Sites such as Kickstarter and Indiegogo are famous among those looking to get funding for their products through crowdsourcing. Many companies that have pitched their offerings on these sites have received additional funding over what they were initially looking to acquire.
This was the case for Scanadu, a medical company that recently looked to Indigogo to fund its Scout medical tricorder. The company initially asked for $100,000 to get the device to the consumer market. It received more than $1.5 million, setting an Indiegogo record.
Simply put, the Scout monitors the user's vital functions in conjunction with a smartphone. It collects data such as heart rate, temperature, oximetry, ECG, HRV, and pulse wave transit time. It can measure stress and even perform urinary analysis. The device is placed on the patient's forehead. Within a matter of seconds, it collects a vast amount of data that is sent via a Bluetooth connection to a smartphone for analysis and storage. The information can then be sent wirelessly to a physician.
To acquire all the data the Scout collects, Scanadu designed the device using electrodes, IR/visible light sensors, gyroscopes, accelerometers, thermistors, and microphones -- all packed into a case that can easily fit inside a person's pocket.
Scanadu recently extended the Indiegogo campaign, not necessarily for the money (it would seem), but rather to garner feedback from a select few backers to improve the product. Scanadu also wants to see how the tricorder may be used and incorporate new features based on feedback from those consumers. So far, it has incorporated two new features based on early information gathered from participants: a cardiopulmonary sensor that monitors noise and technology that lets visually impaired users interact with the device.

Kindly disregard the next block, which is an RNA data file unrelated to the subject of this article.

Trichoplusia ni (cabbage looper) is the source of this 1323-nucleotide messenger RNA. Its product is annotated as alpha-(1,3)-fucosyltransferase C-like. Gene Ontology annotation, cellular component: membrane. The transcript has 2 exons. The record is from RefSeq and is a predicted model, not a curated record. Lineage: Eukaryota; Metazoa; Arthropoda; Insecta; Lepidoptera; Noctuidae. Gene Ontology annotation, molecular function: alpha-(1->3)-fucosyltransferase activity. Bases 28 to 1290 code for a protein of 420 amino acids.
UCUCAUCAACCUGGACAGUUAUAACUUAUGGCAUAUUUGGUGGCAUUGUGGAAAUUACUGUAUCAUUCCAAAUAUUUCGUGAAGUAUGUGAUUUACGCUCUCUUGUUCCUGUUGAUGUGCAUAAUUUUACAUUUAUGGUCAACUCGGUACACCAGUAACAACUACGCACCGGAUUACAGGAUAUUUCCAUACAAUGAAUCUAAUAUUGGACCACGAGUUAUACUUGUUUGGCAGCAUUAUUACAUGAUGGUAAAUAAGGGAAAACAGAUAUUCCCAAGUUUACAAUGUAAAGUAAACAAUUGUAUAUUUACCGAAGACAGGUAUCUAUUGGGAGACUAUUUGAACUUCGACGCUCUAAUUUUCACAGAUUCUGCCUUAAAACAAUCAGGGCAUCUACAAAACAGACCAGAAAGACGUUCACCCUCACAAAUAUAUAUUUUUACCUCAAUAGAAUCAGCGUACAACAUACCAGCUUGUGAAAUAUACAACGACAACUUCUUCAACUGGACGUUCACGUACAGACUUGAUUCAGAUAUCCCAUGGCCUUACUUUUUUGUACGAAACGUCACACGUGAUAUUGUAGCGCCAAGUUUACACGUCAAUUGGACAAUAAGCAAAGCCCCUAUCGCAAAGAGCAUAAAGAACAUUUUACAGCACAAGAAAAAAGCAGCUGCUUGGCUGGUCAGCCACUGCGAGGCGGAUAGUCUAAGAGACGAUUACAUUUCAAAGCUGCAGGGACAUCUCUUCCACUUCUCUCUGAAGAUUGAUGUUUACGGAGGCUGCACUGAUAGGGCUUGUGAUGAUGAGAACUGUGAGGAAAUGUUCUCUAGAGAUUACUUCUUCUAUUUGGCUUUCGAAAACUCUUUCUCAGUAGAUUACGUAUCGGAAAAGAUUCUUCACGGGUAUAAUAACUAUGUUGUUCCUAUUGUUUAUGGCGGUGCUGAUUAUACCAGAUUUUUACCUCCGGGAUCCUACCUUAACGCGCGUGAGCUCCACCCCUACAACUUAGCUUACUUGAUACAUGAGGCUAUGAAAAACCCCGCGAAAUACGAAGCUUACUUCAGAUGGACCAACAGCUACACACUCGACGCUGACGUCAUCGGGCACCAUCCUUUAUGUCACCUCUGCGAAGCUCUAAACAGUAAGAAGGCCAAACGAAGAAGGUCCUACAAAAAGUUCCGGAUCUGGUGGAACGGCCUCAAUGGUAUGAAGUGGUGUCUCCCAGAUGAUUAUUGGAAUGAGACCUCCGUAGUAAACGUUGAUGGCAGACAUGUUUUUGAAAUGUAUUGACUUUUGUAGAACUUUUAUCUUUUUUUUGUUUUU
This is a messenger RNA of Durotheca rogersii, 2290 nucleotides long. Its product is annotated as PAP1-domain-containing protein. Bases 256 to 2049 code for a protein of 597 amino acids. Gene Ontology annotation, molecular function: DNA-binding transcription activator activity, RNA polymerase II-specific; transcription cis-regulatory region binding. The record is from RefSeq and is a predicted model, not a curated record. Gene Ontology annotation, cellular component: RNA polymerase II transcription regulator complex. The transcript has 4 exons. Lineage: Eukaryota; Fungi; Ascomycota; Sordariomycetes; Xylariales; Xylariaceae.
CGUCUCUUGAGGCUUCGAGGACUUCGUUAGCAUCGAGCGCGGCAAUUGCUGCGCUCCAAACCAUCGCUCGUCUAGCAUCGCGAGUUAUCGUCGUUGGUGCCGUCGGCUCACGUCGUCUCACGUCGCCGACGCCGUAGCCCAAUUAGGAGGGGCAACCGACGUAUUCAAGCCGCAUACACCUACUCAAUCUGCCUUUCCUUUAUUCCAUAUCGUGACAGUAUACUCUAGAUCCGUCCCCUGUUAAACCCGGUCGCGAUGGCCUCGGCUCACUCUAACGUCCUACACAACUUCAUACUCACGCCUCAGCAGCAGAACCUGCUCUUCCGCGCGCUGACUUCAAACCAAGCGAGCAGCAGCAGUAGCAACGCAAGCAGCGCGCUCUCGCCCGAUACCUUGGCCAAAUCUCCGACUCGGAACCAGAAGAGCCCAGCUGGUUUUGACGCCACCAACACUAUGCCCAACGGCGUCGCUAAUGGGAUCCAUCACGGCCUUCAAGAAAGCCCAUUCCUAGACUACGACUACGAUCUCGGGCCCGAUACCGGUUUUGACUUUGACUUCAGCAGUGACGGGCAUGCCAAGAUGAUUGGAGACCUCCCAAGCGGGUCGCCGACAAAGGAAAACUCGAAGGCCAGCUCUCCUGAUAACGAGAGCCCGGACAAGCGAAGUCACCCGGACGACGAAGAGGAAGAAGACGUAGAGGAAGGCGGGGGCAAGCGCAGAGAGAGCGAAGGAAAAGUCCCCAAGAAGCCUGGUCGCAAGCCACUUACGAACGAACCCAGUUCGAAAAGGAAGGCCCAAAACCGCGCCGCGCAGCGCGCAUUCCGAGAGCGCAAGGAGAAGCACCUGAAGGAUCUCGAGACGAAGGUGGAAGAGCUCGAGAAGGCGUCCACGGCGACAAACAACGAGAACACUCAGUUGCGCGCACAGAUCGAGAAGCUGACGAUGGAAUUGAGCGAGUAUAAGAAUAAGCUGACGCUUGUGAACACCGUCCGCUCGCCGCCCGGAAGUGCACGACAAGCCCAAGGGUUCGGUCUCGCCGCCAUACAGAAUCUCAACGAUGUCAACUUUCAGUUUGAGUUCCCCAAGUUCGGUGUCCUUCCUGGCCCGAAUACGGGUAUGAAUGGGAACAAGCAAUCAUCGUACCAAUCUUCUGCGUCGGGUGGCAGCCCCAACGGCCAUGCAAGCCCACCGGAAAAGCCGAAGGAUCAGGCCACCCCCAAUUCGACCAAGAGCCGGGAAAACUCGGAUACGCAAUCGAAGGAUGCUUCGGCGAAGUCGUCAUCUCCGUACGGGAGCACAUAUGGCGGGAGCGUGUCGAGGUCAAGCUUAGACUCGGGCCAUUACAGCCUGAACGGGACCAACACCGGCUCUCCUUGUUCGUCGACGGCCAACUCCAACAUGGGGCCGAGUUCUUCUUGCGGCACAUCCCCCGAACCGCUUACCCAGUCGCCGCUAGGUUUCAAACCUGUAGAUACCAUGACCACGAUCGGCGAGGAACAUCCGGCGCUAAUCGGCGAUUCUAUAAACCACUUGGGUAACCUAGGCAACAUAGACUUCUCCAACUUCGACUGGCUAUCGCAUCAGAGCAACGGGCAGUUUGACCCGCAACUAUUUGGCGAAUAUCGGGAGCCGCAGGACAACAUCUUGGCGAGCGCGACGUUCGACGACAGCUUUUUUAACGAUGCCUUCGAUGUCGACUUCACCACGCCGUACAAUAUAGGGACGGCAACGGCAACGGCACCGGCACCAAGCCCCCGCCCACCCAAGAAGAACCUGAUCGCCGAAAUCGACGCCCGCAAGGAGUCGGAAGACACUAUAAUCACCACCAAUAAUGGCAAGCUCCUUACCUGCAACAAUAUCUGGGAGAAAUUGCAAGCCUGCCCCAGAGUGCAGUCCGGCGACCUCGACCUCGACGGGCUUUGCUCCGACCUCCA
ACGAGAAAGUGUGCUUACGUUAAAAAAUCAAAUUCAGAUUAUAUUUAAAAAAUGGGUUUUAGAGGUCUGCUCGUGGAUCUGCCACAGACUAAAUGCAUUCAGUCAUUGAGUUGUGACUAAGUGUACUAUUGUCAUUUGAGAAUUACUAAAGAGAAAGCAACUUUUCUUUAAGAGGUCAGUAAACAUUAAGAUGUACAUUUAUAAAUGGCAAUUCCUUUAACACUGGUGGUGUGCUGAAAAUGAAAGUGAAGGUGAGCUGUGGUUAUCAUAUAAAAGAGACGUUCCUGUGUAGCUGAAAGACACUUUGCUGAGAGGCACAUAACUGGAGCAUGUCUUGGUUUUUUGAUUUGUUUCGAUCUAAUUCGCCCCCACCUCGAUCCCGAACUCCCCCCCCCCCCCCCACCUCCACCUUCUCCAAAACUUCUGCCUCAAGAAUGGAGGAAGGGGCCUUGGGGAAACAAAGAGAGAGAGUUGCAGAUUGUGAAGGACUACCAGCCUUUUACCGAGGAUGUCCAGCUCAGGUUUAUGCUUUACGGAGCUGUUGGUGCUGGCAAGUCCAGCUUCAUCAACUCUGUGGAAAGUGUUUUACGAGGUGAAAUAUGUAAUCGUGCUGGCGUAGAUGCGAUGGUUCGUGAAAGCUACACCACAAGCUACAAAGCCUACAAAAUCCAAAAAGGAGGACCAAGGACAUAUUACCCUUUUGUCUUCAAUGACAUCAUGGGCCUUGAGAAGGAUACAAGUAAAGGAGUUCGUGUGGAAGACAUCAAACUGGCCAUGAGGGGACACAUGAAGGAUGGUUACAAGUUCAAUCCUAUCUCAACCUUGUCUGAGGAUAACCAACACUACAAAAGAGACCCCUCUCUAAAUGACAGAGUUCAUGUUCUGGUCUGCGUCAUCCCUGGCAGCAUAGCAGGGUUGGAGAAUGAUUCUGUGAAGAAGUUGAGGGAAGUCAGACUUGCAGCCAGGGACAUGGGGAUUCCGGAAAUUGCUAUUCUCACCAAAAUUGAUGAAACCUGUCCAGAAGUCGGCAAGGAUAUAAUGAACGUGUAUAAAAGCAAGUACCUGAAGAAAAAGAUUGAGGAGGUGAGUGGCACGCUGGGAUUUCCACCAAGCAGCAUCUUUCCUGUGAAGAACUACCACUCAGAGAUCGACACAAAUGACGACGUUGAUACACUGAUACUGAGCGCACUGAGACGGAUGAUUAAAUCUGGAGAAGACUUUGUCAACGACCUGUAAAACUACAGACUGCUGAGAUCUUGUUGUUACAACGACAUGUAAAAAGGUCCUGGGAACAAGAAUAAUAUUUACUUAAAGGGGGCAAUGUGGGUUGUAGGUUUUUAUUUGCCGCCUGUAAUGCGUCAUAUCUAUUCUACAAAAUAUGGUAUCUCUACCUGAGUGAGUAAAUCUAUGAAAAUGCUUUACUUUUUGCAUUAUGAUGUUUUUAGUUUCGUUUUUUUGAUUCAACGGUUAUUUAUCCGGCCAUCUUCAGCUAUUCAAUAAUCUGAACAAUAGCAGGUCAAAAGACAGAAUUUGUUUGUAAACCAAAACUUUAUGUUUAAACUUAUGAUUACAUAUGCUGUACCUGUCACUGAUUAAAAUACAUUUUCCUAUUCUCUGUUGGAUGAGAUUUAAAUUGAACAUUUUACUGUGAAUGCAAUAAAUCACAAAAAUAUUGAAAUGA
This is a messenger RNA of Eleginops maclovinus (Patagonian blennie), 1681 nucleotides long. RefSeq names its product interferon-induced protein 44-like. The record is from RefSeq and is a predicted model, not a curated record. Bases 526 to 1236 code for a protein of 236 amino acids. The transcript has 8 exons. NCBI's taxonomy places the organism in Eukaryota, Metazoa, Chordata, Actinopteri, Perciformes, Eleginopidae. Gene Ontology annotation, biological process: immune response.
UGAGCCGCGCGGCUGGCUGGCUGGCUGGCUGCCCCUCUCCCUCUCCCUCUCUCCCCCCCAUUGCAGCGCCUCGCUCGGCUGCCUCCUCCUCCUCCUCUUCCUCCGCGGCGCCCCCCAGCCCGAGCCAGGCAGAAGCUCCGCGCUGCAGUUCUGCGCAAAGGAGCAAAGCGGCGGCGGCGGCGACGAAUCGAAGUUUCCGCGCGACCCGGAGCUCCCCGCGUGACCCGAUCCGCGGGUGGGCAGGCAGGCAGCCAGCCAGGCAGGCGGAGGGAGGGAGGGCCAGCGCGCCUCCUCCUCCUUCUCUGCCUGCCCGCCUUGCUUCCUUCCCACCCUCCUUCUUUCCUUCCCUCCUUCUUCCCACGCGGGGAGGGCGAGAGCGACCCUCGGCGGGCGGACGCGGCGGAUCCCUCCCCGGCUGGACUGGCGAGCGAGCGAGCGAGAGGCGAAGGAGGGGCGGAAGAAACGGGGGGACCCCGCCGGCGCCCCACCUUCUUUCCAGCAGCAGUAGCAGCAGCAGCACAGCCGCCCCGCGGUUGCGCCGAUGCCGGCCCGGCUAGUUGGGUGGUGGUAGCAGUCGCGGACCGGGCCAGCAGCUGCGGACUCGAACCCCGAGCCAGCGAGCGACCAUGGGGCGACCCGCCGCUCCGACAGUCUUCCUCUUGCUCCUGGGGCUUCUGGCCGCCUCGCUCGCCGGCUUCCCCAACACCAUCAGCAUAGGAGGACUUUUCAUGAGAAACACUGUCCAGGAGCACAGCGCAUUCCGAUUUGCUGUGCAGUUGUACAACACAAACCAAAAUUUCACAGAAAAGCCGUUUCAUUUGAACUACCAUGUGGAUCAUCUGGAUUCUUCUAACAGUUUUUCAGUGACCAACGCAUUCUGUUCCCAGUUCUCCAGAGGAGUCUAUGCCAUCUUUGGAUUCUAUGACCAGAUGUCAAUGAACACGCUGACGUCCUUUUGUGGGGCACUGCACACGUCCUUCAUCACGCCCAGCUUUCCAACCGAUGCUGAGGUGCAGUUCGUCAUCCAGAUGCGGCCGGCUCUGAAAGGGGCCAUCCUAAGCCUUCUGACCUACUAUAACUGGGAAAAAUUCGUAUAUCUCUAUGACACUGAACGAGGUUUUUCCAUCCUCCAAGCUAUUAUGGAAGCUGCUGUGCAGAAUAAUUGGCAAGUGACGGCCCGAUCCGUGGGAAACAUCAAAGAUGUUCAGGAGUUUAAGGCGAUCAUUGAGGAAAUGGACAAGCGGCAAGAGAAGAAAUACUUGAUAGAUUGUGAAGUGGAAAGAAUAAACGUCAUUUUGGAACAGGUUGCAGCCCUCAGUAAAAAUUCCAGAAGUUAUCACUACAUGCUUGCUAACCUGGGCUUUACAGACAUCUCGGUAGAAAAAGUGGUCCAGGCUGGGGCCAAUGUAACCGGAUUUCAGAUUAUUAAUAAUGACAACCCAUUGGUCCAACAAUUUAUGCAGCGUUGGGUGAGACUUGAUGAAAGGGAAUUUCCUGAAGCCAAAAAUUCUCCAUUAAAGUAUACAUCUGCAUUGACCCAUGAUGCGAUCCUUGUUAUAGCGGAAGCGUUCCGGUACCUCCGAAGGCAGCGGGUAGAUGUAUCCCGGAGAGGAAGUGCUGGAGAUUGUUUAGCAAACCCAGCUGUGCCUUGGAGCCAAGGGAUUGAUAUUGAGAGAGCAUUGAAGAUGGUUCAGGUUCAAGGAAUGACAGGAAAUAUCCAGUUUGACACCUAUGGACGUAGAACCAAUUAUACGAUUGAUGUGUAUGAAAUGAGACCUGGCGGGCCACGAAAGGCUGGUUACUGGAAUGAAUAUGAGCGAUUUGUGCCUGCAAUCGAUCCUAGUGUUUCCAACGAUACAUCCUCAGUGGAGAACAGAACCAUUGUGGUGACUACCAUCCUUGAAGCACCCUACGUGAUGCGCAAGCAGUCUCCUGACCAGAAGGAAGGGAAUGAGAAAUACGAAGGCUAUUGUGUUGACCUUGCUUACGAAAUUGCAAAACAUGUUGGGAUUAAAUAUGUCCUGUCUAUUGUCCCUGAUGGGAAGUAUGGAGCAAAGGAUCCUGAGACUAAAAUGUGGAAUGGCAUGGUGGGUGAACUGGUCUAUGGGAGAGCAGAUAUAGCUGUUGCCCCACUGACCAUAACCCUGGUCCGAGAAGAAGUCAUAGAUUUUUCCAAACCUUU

Judging from the number of backers that Scanadu has received, it looks as though the Scout is very popular among MDs, parents, and medical students. The company hopes to have the final product ready to ship to initial backers in the first quarter of next year. The rest of the world will have to wait for the FDA to approve the device for consumer use, which should be sometime in the second half of 2014.